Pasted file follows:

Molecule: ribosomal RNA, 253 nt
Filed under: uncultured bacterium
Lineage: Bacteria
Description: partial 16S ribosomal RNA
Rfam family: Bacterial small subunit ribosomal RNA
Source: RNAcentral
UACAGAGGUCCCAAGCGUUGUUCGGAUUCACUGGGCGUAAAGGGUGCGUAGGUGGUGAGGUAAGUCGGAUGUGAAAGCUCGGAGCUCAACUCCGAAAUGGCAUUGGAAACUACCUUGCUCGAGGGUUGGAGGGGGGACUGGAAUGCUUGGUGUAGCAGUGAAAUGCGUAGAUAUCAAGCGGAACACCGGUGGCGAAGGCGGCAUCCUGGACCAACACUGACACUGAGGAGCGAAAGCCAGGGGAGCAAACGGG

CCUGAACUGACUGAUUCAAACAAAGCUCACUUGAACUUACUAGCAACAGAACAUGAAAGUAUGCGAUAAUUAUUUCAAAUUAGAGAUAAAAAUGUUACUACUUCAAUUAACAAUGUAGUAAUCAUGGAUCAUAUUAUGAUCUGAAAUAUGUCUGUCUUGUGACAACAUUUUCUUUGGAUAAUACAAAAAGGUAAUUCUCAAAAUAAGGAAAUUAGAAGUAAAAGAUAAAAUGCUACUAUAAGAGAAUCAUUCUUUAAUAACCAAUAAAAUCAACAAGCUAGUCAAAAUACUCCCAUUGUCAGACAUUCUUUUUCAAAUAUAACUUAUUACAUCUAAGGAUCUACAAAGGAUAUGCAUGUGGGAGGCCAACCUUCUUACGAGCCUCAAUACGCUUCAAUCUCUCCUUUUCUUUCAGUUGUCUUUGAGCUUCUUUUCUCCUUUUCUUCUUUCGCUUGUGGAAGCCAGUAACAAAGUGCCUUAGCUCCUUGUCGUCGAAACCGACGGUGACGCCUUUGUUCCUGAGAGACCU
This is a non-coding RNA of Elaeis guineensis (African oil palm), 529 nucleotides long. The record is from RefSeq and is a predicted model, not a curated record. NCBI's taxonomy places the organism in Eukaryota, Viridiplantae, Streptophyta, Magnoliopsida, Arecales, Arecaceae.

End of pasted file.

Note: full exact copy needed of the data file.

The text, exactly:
Molecule: ribosomal RNA, 253 nt
Filed under: uncultured bacterium
Lineage: Bacteria
Description: partial 16S ribosomal RNA
Rfam family: Bacterial small subunit ribosomal RNA
Source: RNAcentral
UACAGAGGUCCCAAGCGUUGUUCGGAUUCACUGGGCGUAAAGGGUGCGUAGGUGGUGAGGUAAGUCGGAUGUGAAAGCUCGGAGCUCAACUCCGAAAUGGCAUUGGAAACUACCUUGCUCGAGGGUUGGAGGGGGGACUGGAAUGCUUGGUGUAGCAGUGAAAUGCGUAGAUAUCAAGCGGAACACCGGUGGCGAAGGCGGCAUCCUGGACCAACACUGACACUGAGGAGCGAAAGCCAGGGGAGCAAACGGG

CCUGAACUGACUGAUUCAAACAAAGCUCACUUGAACUUACUAGCAACAGAACAUGAAAGUAUGCGAUAAUUAUUUCAAAUUAGAGAUAAAAAUGUUACUACUUCAAUUAACAAUGUAGUAAUCAUGGAUCAUAUUAUGAUCUGAAAUAUGUCUGUCUUGUGACAACAUUUUCUUUGGAUAAUACAAAAAGGUAAUUCUCAAAAUAAGGAAAUUAGAAGUAAAAGAUAAAAUGCUACUAUAAGAGAAUCAUUCUUUAAUAACCAAUAAAAUCAACAAGCUAGUCAAAAUACUCCCAUUGUCAGACAUUCUUUUUCAAAUAUAACUUAUUACAUCUAAGGAUCUACAAAGGAUAUGCAUGUGGGAGGCCAACCUUCUUACGAGCCUCAAUACGCUUCAAUCUCUCCUUUUCUUUCAGUUGUCUUUGAGCUUCUUUUCUCCUUUUCUUCUUUCGCUUGUGGAAGCCAGUAACAAAGUGCCUUAGCUCCUUGUCGUCGAAACCGACGGUGACGCCUUUGUUCCUGAGAGACCU
This is a non-coding RNA of Elaeis guineensis (African oil palm), 529 nucleotides long. The record is from RefSeq and is a predicted model, not a curated record. NCBI's taxonomy places the organism in Eukaryota, Viridiplantae, Streptophyta, Magnoliopsida, Arecales, Arecaceae.